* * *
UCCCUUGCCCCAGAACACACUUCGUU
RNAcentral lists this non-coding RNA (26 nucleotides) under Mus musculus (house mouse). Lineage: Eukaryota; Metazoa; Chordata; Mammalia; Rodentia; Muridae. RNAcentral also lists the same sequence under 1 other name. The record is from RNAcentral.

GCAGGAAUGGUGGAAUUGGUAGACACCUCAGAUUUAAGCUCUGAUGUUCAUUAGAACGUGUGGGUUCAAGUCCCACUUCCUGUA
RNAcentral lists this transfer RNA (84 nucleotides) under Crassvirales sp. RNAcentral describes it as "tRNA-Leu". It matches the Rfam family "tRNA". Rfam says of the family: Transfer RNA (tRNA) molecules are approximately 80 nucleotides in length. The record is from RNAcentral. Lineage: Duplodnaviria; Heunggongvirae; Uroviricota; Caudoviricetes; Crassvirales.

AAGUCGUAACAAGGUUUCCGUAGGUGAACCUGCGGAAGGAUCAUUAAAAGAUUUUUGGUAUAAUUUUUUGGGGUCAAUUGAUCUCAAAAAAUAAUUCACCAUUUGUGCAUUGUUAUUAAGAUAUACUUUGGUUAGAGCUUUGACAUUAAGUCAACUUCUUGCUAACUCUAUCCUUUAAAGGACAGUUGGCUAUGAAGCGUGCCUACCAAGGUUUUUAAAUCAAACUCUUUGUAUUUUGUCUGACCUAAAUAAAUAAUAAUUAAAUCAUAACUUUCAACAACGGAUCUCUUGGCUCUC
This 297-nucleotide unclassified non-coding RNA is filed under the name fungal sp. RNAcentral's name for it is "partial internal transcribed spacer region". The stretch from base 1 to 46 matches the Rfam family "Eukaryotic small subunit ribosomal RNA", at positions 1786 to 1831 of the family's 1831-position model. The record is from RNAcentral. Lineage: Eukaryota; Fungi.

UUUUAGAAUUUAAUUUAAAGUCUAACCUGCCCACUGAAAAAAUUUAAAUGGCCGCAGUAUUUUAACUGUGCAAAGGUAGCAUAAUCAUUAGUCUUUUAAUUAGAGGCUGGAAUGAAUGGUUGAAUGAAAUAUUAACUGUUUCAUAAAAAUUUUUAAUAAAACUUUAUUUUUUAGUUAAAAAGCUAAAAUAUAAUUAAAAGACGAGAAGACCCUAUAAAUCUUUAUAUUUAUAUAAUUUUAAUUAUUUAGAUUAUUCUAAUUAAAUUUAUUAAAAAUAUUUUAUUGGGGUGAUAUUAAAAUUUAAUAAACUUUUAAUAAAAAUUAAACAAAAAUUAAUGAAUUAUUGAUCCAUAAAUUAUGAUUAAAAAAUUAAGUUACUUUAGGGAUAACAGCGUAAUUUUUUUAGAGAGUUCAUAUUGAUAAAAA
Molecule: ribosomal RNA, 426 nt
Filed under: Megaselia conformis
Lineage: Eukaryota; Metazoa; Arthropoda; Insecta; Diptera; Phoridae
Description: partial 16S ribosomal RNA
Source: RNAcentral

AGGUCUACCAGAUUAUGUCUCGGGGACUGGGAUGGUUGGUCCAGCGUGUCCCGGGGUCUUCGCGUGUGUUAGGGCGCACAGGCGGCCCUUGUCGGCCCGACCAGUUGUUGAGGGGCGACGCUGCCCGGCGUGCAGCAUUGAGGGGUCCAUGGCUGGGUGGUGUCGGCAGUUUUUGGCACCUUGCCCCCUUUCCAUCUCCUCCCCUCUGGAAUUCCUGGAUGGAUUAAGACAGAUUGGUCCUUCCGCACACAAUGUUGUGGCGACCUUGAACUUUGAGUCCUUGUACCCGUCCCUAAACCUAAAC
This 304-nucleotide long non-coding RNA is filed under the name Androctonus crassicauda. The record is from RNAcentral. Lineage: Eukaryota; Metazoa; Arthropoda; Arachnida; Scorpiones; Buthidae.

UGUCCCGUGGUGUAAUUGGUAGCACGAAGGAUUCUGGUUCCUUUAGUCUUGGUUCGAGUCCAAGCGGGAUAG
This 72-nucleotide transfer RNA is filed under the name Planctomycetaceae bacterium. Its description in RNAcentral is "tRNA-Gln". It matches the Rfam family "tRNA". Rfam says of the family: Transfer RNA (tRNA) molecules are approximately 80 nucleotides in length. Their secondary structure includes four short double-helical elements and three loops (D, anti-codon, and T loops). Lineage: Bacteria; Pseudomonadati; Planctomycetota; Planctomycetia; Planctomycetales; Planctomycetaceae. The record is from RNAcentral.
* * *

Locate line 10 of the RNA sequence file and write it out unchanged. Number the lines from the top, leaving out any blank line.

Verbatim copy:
Lineage: Eukaryota; Metazoa; Arthropoda; Insecta; Diptera; Phoridae